Also, if we are talking about seniors and their state today, what happened to the conversation about universal pharmacare, so we never again have a senior who has to choose between healthy food and taking their proper dosage of medication?

We need to enhance home care and palliative care, which is at crisis levels.

I hope to see that in the health care accord.

There are a lot of things we could do.

The bill is a good idea, but it only tackles one small part of what needs to be done. We will support its passage, but it is too important not to lose sight of the larger problem of seniors today. Rather than taking a piecemeal approach to pensions and retirement, we need to develop a national strategy for seniors that completely looks at all facets, a strategy that will respect aging. For seniors who have lived their lives building our country, and who continue to make great contributions, the least we can allow them is to live in dignity and with respect.


October 25th, 4:30 p.m.

Mr. Speaker, I appreciated the member's speech and I especially relate to the fact that his riding, like mine, has a lot of low-income people.

I am just hoping he could clear up a few things for me, because I know the Conservatives were in favour of having the $10,000 limit for TFSAs, but by his own admission, many of the members of his constituency would not be able to take full advantage of that $10,000 per year. I want the Conservatives to understand that we did not get rid of the TFSA. We brought it back to a simple level, and that is to look after future government revenues so that we can look after the services that many of his constituents and mine might depend on.

I understand that looking after seniors is a multi-faceted issue. The bill looks at the future, long term. It is one part of a parcel. Of course, GIS and OAS, and immediate and near-term futures are other parts. I am hoping he could explain some of the contradictions that seem to be coming from the Conservative side in that respect.


October 25th, 4:40 p.m.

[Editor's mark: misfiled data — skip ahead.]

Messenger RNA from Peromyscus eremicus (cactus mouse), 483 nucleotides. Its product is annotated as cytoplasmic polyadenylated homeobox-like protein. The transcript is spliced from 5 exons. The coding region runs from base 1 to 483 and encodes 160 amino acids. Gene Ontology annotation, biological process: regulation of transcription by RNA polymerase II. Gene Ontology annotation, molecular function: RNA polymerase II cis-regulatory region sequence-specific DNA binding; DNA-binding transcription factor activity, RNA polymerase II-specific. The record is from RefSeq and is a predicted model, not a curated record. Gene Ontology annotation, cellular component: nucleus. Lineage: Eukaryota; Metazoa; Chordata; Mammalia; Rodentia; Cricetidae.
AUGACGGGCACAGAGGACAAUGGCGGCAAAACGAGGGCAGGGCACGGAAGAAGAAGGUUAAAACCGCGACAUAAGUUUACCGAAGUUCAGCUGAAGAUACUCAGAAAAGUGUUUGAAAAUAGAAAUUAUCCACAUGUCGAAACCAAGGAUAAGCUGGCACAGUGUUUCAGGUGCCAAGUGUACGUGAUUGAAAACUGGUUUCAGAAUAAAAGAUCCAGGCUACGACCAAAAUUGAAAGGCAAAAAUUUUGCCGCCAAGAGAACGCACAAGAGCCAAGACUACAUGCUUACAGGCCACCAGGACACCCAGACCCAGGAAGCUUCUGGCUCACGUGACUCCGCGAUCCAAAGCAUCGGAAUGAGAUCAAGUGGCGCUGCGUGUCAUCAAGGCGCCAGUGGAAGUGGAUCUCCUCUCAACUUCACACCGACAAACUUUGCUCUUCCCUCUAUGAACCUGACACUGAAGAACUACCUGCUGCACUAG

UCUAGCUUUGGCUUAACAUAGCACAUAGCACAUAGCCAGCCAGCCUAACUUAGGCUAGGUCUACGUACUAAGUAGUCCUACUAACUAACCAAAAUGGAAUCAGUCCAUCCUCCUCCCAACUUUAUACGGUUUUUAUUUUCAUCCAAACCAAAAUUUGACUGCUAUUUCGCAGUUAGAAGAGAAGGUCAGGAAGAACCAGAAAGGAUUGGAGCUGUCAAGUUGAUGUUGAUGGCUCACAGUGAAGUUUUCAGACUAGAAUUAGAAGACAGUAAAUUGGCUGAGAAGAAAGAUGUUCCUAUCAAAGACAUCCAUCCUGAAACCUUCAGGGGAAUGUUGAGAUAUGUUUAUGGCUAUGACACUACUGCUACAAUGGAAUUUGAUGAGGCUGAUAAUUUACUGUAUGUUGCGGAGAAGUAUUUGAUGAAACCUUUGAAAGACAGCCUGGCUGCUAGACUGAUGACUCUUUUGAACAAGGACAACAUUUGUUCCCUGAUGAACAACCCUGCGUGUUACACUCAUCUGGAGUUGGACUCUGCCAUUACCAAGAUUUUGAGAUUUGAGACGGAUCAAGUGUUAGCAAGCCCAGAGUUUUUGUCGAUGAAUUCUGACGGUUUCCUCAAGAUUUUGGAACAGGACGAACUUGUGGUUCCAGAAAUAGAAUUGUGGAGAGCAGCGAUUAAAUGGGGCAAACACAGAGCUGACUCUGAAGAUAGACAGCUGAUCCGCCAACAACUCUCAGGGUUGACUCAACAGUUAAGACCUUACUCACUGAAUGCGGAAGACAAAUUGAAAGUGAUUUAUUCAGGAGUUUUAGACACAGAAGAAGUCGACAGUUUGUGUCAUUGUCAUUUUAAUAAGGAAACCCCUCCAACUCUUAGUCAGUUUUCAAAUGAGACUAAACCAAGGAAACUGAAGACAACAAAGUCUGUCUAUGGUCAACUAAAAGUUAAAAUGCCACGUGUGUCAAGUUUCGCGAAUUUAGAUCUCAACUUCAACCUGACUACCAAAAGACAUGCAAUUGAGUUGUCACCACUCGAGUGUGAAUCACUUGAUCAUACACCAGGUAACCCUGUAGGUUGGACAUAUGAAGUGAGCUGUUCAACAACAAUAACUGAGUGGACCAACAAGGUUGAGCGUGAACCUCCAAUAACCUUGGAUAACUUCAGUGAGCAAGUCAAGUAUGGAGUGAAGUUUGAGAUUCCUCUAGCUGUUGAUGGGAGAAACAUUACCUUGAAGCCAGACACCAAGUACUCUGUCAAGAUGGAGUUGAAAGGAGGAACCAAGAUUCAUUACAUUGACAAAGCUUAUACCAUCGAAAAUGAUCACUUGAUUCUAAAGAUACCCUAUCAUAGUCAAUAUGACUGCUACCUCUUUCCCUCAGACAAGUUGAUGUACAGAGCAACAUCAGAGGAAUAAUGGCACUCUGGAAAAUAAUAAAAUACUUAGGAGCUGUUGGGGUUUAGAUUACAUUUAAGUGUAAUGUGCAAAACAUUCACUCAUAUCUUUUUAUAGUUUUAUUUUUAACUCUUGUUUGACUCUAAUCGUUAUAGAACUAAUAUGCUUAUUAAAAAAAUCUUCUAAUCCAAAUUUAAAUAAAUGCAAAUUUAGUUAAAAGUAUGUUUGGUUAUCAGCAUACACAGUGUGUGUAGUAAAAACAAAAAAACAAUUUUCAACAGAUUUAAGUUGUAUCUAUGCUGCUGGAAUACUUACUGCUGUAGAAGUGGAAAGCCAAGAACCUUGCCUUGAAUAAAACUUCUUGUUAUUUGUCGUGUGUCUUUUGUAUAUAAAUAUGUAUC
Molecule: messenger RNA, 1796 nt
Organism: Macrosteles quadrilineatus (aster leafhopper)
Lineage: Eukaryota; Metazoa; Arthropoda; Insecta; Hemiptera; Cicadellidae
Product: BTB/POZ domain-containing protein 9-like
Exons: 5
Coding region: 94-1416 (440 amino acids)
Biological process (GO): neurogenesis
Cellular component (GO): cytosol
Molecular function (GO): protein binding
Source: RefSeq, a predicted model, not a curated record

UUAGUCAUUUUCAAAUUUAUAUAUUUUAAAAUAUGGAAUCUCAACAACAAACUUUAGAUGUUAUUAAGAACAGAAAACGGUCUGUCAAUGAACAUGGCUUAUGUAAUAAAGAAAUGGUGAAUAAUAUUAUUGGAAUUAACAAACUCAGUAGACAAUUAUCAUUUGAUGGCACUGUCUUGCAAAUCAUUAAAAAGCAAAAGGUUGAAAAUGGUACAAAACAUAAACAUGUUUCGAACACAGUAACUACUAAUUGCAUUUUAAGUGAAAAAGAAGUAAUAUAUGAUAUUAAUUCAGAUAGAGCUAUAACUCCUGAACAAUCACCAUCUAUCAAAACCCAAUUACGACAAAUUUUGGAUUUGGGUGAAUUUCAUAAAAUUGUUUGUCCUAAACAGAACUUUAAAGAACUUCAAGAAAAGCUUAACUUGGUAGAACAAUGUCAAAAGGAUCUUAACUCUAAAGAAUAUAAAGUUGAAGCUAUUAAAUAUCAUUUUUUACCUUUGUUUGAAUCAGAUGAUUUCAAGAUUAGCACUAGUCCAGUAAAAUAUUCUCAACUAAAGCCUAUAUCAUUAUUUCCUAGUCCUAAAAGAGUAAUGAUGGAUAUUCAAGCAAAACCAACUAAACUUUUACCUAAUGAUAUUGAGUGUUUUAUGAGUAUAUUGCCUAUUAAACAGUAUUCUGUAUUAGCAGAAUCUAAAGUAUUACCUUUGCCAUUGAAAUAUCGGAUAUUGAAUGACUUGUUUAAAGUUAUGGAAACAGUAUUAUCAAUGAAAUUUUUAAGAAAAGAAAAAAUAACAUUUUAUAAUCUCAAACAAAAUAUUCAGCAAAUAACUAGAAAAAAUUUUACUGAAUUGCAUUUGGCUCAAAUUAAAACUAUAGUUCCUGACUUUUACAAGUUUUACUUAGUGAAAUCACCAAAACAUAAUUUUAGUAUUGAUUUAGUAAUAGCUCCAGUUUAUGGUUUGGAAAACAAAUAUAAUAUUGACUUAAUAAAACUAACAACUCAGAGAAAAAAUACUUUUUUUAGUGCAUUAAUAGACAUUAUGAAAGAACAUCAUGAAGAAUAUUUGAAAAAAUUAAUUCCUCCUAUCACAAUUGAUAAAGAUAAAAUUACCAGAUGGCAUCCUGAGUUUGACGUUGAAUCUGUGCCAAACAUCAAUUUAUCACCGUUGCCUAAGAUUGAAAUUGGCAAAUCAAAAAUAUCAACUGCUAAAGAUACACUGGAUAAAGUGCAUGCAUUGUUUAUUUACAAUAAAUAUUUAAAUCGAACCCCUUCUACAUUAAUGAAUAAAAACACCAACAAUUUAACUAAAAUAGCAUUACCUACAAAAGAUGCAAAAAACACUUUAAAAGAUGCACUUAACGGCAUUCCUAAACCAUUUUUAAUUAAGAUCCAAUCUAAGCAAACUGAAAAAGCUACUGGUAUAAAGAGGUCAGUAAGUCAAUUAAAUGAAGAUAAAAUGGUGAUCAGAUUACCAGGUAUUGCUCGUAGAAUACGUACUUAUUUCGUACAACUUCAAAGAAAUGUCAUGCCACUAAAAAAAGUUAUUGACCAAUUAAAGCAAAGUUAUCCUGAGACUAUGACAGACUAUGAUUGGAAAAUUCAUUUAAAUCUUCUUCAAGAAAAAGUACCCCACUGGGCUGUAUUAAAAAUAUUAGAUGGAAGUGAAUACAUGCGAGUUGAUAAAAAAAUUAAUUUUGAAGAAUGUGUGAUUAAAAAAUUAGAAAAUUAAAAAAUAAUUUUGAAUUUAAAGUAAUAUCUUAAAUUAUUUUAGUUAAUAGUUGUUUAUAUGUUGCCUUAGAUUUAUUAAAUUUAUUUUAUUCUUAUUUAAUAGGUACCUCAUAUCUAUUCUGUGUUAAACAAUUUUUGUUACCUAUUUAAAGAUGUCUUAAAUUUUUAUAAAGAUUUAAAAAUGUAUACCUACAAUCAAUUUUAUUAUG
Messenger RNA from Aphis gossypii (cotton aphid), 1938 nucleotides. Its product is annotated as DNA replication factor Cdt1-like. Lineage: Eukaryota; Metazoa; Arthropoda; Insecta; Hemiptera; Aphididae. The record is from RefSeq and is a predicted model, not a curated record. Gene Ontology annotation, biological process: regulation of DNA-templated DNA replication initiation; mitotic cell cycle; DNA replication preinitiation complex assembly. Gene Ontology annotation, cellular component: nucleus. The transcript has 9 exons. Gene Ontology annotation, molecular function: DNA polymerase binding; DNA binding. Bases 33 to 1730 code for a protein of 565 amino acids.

Mr. Speaker, when we go back to budget 2016, the increase in the guaranteed income supplement was the specific target. Before that increase came, the number of seniors living in poverty in Canada was about 719,000 and that 10% increase was only going to address 149,000. Of course, the majority is women, so there certainly are more steps that can be taken.

The ball is going to be in the government's court. I hope to see some concrete action in budget 2017. Hope springs eternal with me and we shall see.


October 25th, 4:45 p.m.

Mr. Speaker, that is a very good point. It reminds me of some of the conversations that took place during electoral reform. The problem with our current system of electing governments is that we suffer from policy lurch.

It is very hard in this place to take a long-term view when there is a new government, on average, every 10 years that completely clears the deck of the previous government, saying it is going to go in another direction. Then in another 10 years, another new government says that it is going to go in another direction.

Bill C-26 is a very real effort. Yes, it is going to take a long time to get implemented, but it is taking that vision in several decades. Yes, it will only affect the kids of today, but I think those children will be very thankful that we had the foresight to act now before the problem went beyond this.


October 25th, 4:45 p.m.

Mr. Speaker, it is very important to underline in this debate, especially for the Conservative side, that so many provincial premiers came together, even Conservative superstar, Premier Brad Wall, who I think many Conservatives wish was running for leadership. Yes, he was a reluctant partner, but he did come on board at the end. He got the necessary delays to ensure it was implemented and that businesses did not get that shock.

It is very important to remind the Conservatives that there is provincial support, that this has satisfied the seven out of ten rule, with eight provinces coming on board. Quebec has its own pension plan, so it was automatically on the outside. However, that is a very important point to underline.